types of dovetails – woodworking

While recently discussing dovetails with some friends I asked how many dovetails could they name. Most admitted four or five. When I obtained my AAS degree in Fine Woodworking I had to list nine. So I began to research the different types of dovetails for a formal discussion at a local woodworking group. I ended up with over fifteen different types of dovetails. Types of dovetails Here is the power point presentation I gave to spark some lively discussions. Remember this is to inform you of the many types of dovetails and their uses – not how to make dovetails. How many of these are new to you? Have you made any of these in any of your projects?
Enjoy your shop time,
Jerill

Woodworking Options – Mortising

walnut spalted table detail gray - CopyOne of the reasons I enjoy woodworking is because there are so many different ways to complete the same task. In most cases there is no “right” or “wrong” way but instead a method that is most suited to your style and comfort of woodworking. Some base their woodworking decisions on the tools that they own or the knowledge they have acquired. I like trying different methods to continually expand my knowledge and skill level. A good example is a mortise and tenon joint. Let’s look at some of the different way of making just the mortise. I know a lot of woodworkers that prefer the old method of using a mortising chisel and mallet. With a drill press you can easily and accurately drill a series of overlapping holes that need minor clean up with a chisel. A hand-held router can be used to produce this joint as well as a table mounted router. There are dedicated mortising machines that function like a horizontal router table that do a great job making this joint. There are new hand-held machines that make a mortise joint designed for a loose tenon. All of these (and other methods) will serve the needs of the woodworker with the proper knowledge and skill. I prefer the dedicated mortising machine because it is quick, easy and accurate. The finished results are hidden and no one can tell what method was used by the artist to complete the project. So why is it important which method is used? It matters to the craftsman! Many artists take great pride in the particular method they used and market their goods that way. Others look at this as a business decision – the fastest method that will perform adequately. So instead of debating which method is “best” look at the completed project and marvel at the skill and knowledge of the woodworker in making the finished piece.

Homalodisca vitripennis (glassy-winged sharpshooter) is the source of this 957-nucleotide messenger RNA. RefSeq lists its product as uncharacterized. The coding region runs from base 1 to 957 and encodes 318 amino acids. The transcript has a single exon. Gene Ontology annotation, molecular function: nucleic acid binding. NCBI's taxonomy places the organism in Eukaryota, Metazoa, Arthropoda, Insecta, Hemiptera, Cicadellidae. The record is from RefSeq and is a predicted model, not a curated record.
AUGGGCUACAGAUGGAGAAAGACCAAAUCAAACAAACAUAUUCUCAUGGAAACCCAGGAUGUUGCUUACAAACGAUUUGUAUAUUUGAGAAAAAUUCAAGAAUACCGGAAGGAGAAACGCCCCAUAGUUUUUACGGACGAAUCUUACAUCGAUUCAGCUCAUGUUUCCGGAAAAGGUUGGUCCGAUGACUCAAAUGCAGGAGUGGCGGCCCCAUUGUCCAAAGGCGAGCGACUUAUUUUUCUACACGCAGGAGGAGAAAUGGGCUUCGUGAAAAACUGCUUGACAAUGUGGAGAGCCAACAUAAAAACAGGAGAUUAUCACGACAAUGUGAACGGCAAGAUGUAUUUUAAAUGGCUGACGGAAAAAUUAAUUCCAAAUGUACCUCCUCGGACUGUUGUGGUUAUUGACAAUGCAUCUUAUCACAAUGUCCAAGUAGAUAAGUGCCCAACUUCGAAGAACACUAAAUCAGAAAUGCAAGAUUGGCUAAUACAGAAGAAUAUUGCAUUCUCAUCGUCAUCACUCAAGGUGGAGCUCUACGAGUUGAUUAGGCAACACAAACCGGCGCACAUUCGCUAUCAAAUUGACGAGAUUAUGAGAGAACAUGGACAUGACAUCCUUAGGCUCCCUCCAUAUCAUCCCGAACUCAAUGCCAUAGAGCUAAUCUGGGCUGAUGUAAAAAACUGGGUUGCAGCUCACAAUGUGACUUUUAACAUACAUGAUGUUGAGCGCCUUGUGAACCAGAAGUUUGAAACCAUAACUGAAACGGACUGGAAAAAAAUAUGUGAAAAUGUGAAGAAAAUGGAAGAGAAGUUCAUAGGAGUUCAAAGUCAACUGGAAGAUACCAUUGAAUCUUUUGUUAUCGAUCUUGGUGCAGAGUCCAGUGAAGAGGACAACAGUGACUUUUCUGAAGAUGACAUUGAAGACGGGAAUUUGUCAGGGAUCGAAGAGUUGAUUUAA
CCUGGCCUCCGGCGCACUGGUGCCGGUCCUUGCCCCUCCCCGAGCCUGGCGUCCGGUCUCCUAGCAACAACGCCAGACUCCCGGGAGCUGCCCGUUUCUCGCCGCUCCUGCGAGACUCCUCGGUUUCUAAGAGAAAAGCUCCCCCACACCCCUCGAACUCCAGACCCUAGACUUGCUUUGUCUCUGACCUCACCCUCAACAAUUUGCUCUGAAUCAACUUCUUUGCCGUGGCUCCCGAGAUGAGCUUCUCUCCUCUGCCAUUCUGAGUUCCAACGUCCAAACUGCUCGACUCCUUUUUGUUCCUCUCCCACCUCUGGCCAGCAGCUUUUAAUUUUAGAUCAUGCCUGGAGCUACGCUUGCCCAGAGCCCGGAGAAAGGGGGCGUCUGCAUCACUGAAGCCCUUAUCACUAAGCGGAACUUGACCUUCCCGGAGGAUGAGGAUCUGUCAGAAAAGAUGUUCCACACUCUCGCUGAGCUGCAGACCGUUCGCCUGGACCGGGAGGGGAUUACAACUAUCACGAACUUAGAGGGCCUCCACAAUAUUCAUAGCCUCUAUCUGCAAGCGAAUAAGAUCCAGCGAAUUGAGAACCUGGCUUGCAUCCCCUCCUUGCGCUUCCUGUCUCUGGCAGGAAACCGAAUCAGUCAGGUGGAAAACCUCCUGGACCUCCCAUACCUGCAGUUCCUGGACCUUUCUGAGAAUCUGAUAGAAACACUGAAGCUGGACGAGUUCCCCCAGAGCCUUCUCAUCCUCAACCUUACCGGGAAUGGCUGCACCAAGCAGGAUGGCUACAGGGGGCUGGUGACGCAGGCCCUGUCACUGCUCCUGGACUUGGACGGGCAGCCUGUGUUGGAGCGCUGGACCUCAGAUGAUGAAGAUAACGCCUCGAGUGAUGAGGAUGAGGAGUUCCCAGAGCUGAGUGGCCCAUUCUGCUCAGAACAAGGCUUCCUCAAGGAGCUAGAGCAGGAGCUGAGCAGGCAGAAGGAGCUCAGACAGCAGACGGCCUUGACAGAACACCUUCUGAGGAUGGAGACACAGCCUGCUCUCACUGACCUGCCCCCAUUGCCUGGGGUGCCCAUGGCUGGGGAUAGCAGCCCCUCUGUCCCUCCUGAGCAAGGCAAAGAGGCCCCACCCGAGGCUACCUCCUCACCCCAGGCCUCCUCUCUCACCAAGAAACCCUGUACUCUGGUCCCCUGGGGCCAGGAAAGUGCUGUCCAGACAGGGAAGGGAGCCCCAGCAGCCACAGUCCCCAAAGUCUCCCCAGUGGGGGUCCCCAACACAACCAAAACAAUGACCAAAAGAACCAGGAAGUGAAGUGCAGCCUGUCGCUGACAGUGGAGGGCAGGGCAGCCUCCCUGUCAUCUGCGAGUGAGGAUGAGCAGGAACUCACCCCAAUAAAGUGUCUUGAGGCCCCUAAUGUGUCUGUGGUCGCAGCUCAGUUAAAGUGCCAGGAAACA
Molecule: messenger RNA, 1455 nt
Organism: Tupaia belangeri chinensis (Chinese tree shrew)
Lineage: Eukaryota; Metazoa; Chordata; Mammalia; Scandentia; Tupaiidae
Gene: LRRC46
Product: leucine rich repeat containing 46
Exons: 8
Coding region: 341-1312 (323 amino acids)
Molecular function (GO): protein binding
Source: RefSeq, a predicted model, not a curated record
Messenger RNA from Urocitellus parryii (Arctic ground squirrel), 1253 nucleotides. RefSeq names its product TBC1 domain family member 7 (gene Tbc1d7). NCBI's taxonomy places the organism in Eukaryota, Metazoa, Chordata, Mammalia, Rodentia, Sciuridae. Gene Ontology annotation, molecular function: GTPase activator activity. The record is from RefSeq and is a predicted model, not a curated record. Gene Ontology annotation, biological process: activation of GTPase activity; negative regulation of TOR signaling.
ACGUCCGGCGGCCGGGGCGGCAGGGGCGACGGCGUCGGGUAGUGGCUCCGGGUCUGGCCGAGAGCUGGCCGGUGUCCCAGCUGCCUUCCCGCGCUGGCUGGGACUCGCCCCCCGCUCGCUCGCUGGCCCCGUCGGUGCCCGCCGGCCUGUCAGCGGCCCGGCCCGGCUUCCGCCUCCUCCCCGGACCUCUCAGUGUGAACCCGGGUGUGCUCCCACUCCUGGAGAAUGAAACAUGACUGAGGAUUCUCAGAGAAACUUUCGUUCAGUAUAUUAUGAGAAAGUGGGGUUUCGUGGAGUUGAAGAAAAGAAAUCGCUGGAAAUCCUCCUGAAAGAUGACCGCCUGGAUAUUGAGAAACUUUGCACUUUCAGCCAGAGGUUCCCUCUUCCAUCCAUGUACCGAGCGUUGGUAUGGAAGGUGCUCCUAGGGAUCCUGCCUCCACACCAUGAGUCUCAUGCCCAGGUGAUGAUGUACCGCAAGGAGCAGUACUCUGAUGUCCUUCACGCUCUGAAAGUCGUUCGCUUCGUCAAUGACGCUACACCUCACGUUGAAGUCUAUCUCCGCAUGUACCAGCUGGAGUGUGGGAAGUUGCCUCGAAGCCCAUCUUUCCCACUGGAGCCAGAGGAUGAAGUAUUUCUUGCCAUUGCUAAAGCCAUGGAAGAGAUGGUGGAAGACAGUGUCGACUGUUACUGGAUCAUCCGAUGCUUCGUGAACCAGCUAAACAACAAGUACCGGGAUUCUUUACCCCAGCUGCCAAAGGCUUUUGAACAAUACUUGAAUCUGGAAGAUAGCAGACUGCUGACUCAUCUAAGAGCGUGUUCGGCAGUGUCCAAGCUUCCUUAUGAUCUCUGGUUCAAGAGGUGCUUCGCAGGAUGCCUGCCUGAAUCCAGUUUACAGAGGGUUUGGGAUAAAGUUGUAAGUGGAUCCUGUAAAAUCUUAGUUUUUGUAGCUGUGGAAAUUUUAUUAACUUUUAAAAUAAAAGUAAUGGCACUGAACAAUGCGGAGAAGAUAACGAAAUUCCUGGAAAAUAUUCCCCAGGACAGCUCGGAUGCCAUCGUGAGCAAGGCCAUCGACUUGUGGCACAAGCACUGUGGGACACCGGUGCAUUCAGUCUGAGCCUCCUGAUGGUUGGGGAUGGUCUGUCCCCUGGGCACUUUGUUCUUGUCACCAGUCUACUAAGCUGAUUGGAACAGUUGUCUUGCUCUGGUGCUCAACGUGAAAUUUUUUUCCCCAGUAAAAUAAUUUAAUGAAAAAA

Which method do you use for making a mortise?
Enjoy your shop time,
Jerill

Green Bench – Woodworking

HEMS bench

There is considerable interest in “green woodworking” in this day and time. Most think this means using green or wet wood or woodworking without the use of utilities. Some think of it as a way of utilizing the resources available instead of wasting or discarding them. I am completing a “green woodworking” job for a client now that has taken almost two years from start to finish. In a nearby community the decision was made to consolidate and build a new middle school. A parcel of property listed on the National Historic Registry was chosen. The one time prominent building that was on this land was in such bad shape that it was not salvageable. Prior to the demolition I inquired about all the trees that were standing in the way of progress. No one had considered them as a resource. The plan was for the excavating contractor to dispose of these trees. I informed the decision makers that they are a valuable resource and not waste. I struck a deal and trucked all the logs to a local sawmill and had them cut to my specifications. After air drying for a short period I loaded the boards into my kiln to finish drying. The project manager was interested in having something built and placed in the school to help remind the students of the significance of the historic site. I designed and built a three benches each with a custom panel referencing the historic past. Because the benches were built for specific areas in the school each was custom sized for placement, as well as, the size of the children who will be using them- (middle school students). I find great pleasure in taking “waste” wood and creating a useful piece. I hope that throughout the coming decades that these benches are a testament to my work – better than burying the wood as originally planned!
Enjoy your shop time,
Jerill

Too cold for woodworking?